Police watchdog is slammed for clearing officer who oversaw Scotland Yard’s probe into false VIP paedophile ring claims by fantasist ‘Nick’… without even interviewing him
- Former Tory MP Harvey Proctor was falsely accused by fantasist known as ‘Nick’
- Police chief Steve Rodhouse has been cleared of blame for Scotland Yard inquiry
- MP reacted furiously when he found Rodhouse wasn’t quizzed about misconduct
Police watchdogs have been criticised for clearing a police chief of any blame over Scotland Yard’s shambolic VIP child sex abuse inquiry – without even interviewing him.
Former Tory MP Harvey Proctor, who was falsely accused of being a child killer by the fantasist known as ‘Nick’, reacted furiously after it was confirmed that Steve Rodhouse was never quizzed as a suspect during an inquiry into possible misconduct.
Mr Proctor accused watchdogs of engaging in ‘a circle of injustice and deceit’. Mr Rodhouse was exonerated within four months of investigators being asked to consider his conduct in the £2.5million Operation Midland inquiry when he was a Met deputy assistant commissioner (DAC).
Former Tory MP Harvey Proctor, who was falsely accused of being a child killer by the fantasist known as ‘Nick’ (right, real name Carl Beech), reacted furiously after it was confirmed that Steve Rodhouse (left) was never quizzed as a suspect during an inquiry into possible misconduct
But sources said the officer should have been questioned as a suspect about his knowledge of discrepancies in the fabricated accounts given by ‘Nick’, real name Carl Beech, concerning a Westminster paedophile ring.
They added that Mr Rodhouse should also have been asked about why one of his most senior detectives publicly described Beech as ‘credible and true’ and whether he had read transcripts of police interviews before officers applied for search warrants.
Mr Rodhouse was cleared by the then named Independent Police Complaints Commission (IPCC) in March 2017.
Watchdogs interviewed him as a ‘witness’ only as they probed allegations that three of his officers misled a judge into granting search warrants to carry out raids.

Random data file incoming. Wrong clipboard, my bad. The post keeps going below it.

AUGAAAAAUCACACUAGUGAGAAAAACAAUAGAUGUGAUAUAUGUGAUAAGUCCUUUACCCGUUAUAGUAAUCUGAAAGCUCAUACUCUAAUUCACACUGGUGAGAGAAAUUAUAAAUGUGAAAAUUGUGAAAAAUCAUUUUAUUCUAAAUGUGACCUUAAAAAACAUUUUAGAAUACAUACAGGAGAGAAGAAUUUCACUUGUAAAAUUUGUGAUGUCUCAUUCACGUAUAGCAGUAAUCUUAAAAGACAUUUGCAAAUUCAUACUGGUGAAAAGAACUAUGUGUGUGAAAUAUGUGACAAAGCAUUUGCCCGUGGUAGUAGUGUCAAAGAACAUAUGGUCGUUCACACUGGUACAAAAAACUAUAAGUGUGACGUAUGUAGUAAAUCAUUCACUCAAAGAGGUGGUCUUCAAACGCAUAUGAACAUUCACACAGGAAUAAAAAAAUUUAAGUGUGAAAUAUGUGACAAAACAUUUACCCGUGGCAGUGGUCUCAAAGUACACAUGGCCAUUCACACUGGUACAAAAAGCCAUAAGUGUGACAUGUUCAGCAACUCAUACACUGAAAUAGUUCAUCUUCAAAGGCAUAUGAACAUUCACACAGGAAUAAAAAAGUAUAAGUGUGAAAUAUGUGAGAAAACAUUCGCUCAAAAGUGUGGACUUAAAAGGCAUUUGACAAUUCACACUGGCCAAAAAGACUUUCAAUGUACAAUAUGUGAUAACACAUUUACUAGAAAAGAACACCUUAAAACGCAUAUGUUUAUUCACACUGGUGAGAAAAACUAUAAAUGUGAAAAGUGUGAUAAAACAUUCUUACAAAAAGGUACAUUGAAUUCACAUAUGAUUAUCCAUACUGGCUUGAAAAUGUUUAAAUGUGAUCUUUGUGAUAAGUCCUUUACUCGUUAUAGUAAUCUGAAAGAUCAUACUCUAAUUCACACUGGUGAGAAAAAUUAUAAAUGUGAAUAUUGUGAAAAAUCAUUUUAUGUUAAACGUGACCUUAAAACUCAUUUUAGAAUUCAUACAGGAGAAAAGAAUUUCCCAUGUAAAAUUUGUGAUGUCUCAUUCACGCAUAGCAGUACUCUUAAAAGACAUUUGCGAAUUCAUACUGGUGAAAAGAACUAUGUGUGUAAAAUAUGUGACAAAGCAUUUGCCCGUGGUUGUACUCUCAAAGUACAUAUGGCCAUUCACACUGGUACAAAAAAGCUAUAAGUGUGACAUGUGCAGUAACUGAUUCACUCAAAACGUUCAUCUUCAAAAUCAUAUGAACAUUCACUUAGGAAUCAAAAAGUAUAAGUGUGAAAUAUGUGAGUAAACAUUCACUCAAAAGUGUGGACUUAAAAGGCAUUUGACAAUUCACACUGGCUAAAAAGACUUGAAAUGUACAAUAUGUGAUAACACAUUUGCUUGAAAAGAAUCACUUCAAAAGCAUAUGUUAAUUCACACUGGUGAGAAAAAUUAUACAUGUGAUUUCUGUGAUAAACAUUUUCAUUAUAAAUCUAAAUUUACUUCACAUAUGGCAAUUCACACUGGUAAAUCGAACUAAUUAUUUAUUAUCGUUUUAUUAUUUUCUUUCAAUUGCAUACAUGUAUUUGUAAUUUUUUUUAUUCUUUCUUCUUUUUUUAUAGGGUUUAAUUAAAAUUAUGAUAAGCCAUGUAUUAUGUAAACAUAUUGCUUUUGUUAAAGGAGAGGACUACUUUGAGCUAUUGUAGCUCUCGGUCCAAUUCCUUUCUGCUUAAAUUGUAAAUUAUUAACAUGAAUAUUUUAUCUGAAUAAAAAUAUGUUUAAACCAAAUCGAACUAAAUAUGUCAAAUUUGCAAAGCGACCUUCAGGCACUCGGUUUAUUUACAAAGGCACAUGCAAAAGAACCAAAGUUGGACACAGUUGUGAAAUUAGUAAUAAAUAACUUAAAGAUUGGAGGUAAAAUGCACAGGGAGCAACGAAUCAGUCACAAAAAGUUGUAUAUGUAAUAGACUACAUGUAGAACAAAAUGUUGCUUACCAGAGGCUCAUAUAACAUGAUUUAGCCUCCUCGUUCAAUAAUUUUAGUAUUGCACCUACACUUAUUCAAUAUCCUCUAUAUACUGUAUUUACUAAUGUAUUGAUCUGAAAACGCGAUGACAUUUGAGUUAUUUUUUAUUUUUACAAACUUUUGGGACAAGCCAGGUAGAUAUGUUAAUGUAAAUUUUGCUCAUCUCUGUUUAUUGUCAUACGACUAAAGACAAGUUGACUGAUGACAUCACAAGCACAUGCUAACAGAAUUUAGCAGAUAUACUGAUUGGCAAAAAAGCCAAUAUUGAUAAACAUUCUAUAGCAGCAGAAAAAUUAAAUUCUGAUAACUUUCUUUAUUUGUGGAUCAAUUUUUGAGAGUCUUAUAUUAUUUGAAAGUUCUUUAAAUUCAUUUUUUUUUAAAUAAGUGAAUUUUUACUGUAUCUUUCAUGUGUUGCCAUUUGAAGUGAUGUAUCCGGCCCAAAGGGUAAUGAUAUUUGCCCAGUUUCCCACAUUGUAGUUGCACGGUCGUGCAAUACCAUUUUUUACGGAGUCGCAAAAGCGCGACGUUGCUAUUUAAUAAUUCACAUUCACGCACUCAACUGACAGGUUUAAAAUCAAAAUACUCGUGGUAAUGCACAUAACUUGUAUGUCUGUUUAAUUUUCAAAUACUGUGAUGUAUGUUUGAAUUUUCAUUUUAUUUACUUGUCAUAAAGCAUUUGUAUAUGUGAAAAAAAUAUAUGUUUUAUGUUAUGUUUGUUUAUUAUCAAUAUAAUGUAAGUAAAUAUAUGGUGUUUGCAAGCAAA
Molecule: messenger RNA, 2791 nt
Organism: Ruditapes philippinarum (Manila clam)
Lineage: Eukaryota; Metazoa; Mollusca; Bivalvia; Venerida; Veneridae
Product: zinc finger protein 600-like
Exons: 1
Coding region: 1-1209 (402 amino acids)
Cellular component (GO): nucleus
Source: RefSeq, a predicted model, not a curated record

All three were also cleared of any wrongdoing last month by the watchdog, now called the Independent Office for Police Conduct. Beech was jailed for 18 years last month for perverting the course of justice.
Mr Proctor (pictured last month) accused watchdogs of engaging in ‘a circle of injustice and deceit’ after it was revealed Steve Rodhouse was not quizzed during inquiry into possible misconduct
In a statement last night, Mr Proctor said: ‘Having conveniently announced the “chief” did nothing wrong, reassuring him he was in the clear, and free of any misconduct or criminal misdemeanours, the IPCC/IOPC then interviewed him as a witness to seek to absolve his more junior officers of blame and responsibility.
‘It is a circle of injustice and deceit. It’s a monumental cover-up.’ Mr Rodhouse, who was controversially promoted to Director General (Operations) of the National Crime Agency, is facing an uncertain future as Scotland Yard prepares to release the unredacted report into Operation Midland by Sir Richard Henriques. His 2016 report identified 43 key blunders by police.
The IOPC confirmed that Mr Rodhouse was cleared without being interviewed, along with former Met detective superintendent Kenny McDonald, the senior officer who described ‘Nick’s’ claims as ‘credible and true’ in December 2014.
It said: ‘Our initial assessments, after which we discontinued investigations into a DAC and a Detective Supt were based on the comprehensive accounts they had provided to Sir Richard Henriques and contemporaneous records the officers had made regarding the decisions they’d taken.’
It added that the Met did not refer ‘the conduct of an officer for using the term credible and true during a news conference’ to watchdog investigators, but said: ‘We did review the evidence in relation to this and were satisfied the decision not to refer the matter was correct.’
Mr Rodhouse has refused to answer any questions from the Daily Mail.